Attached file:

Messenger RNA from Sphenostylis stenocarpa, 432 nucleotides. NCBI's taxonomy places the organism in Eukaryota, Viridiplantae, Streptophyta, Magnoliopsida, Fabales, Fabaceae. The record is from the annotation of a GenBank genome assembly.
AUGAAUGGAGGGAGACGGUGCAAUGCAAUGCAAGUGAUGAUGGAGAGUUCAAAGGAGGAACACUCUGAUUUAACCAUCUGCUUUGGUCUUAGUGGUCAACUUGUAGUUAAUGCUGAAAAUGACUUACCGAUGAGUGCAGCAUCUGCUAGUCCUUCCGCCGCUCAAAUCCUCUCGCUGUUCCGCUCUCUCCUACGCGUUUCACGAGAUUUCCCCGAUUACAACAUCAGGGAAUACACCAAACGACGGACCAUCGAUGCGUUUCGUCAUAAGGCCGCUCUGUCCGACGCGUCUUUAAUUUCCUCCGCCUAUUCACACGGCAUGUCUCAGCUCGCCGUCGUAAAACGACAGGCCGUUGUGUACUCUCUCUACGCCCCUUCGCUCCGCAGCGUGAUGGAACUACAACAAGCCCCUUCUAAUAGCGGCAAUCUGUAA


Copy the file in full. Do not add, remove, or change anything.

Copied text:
Messenger RNA from Sphenostylis stenocarpa, 432 nucleotides. NCBI's taxonomy places the organism in Eukaryota, Viridiplantae, Streptophyta, Magnoliopsida, Fabales, Fabaceae. The record is from the annotation of a GenBank genome assembly.
AUGAAUGGAGGGAGACGGUGCAAUGCAAUGCAAGUGAUGAUGGAGAGUUCAAAGGAGGAACACUCUGAUUUAACCAUCUGCUUUGGUCUUAGUGGUCAACUUGUAGUUAAUGCUGAAAAUGACUUACCGAUGAGUGCAGCAUCUGCUAGUCCUUCCGCCGCUCAAAUCCUCUCGCUGUUCCGCUCUCUCCUACGCGUUUCACGAGAUUUCCCCGAUUACAACAUCAGGGAAUACACCAAACGACGGACCAUCGAUGCGUUUCGUCAUAAGGCCGCUCUGUCCGACGCGUCUUUAAUUUCCUCCGCCUAUUCACACGGCAUGUCUCAGCUCGCCGUCGUAAAACGACAGGCCGUUGUGUACUCUCUCUACGCCCCUUCGCUCCGCAGCGUGAUGGAACUACAACAAGCCCCUUCUAAUAGCGGCAAUCUGUAA